When I try, however, to understand and appreciate the suffering of my Savior, I am overwhelmed with gratitude and thanksgiving. Gratitude is what the Lord wants us to feel. Our gratitude begins to draw us to Him (3 Nephi 27:14). It is gratitude that lets the love of God (the giving of His Son that we might have everlasting life) into our hearts. Surely this is why we were admonished by Moroni to ponder about the Lord and His goodness in our lives. Gratitude must be felt in order for us to accept the Atonement. If it were not so, we could not have the love of God within our souls and enjoy the happiness that love was designed to bring.

Don’t Be Casual About the Ultimate Gift

To help us better understand and appreciate the suffering of the Lord, He describes His own suffering as well as the consequences for those who do not “come unto Him” and repent and partake of His infinite Atonement. The Lord is seeking desperately to help us understand the purpose and effect of the Atonement and what is expected of us in order for it to empower our lives. He said:

“Therefore I command you to repent—repent, lest I smite you by the rod of my mouth, and by my wrath, and by my anger, and your sufferings be sore—how sore you know not, how exquisite you know not, yea, how hard to bear you know not. For behold, I, God, have suffered these things for all, that they might not suffer if they would repent; But if they would not repent they must suffer even as I; Which suffering caused myself, even God, the greatest of all, to tremble because of pain, and to bleed at every pore, and to suffer both body and spirit—and would that I might not drink the bitter cup, and shrink—Nevertheless, glory be to the Father, and I partook and finished my preparations unto the children of men” (D&C 19:15-19).

This scripture helps me grasp the significance of the Atonement. We cannot be casual about this ultimate gift that required so much. My heart aches as I share my feelings of what my Beloved Savior has done for me and for all of us.

He has saved the world! His grace is sufficient. And it is that grace, when accepted, that can propel us forward to good works (see Eph. 2:8-10).

If our hearts could feel of His ultimate sacrifice for us, surely we would change. We ought to pray for a broken heart and contrite spirit so that we can feel of His ultimate sacrifice and goodness and be motivated through gratitude to do good. Then we will “press forward with a steadfastness in Christ, having a perfect brightness of hope, and a love of God and of all men” (2 Nephi 31:20). This steadfastness in Christ is expressed through our repentance and is the premise for the test of life. This is why the prophets were exhorted to preach nothing save it were, “repentance and faith on the Lord, who had redeemed his people” (Mosiah 18:20).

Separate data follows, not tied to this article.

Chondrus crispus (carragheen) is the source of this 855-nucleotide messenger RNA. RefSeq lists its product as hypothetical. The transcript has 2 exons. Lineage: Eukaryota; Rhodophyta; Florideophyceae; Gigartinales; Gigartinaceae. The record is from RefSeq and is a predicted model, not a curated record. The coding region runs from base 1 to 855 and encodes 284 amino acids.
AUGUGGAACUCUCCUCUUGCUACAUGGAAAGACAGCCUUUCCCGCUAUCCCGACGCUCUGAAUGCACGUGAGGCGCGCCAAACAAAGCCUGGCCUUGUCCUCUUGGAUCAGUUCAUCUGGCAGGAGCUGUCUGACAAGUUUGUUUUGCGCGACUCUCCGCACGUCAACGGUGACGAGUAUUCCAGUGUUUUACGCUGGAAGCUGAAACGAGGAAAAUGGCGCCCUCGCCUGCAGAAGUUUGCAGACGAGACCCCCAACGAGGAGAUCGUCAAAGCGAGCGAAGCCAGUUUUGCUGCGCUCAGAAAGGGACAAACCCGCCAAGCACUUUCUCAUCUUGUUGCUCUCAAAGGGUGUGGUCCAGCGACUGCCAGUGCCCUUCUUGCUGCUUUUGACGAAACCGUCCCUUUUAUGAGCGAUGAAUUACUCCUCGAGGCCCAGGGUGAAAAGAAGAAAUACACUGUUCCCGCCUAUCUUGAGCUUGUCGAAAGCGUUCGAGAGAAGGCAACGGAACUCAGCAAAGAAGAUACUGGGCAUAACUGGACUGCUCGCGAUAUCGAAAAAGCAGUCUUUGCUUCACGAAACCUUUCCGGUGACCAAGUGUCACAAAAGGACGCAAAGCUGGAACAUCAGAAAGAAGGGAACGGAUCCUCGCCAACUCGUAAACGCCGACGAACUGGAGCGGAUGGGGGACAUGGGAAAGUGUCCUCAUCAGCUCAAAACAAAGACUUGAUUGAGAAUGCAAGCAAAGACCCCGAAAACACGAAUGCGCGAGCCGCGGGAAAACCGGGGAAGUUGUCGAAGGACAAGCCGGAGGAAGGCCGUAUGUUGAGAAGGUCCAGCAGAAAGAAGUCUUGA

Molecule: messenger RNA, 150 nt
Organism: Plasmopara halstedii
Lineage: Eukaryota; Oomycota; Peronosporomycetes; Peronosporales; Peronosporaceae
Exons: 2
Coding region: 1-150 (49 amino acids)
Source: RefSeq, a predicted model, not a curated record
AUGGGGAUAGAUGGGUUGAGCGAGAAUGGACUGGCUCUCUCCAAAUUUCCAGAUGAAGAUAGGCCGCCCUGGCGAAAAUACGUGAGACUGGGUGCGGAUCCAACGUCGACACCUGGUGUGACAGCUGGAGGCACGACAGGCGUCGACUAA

Changing Our Lives for the Better

Our gratitude to the Lord will increase as we come to understand and appreciate the suffering and sacrifice Christ made for our sins and the sins of the world to provide the way back to the presence of our Father. As we learn to appreciate this gift, we will come to feel a deep gratitude for the love of God, which will eventually take root in the depths of our souls and change us for the better.

As a father, mission president, temple president, and priesthood leader, I have seen countless examples of how the Atonement has transformed lives. I have witnessed this healing of souls and changes of heart.. I have seen sins literally removed and guilt swept away. I have seen forgiveness cleanse the soul of a victim of abuse. I know behavior can change as gratitude for the Savior brings commitment into others’ lives because I have seen the value of covenants made and kept by the enabling power of the Atonement. I bear witness that the Lord’s Atonement is not only the center of the gospel; it is the center and strength of our very lives. As we come to understand and appreciate our Beloved Savior Jesus Christ and His immeasurable suffering and sacrifice, only then can we really begin to become even as He is.


3 Keys to Accepting the AtonementFor more insights and encouraging stories about successfully applying the Atonement, check out Ed J. Pinegar’s new book Gethsemane, Golgotha, and the Garden Tomb: The Sacrifice of the Exalted Son of God.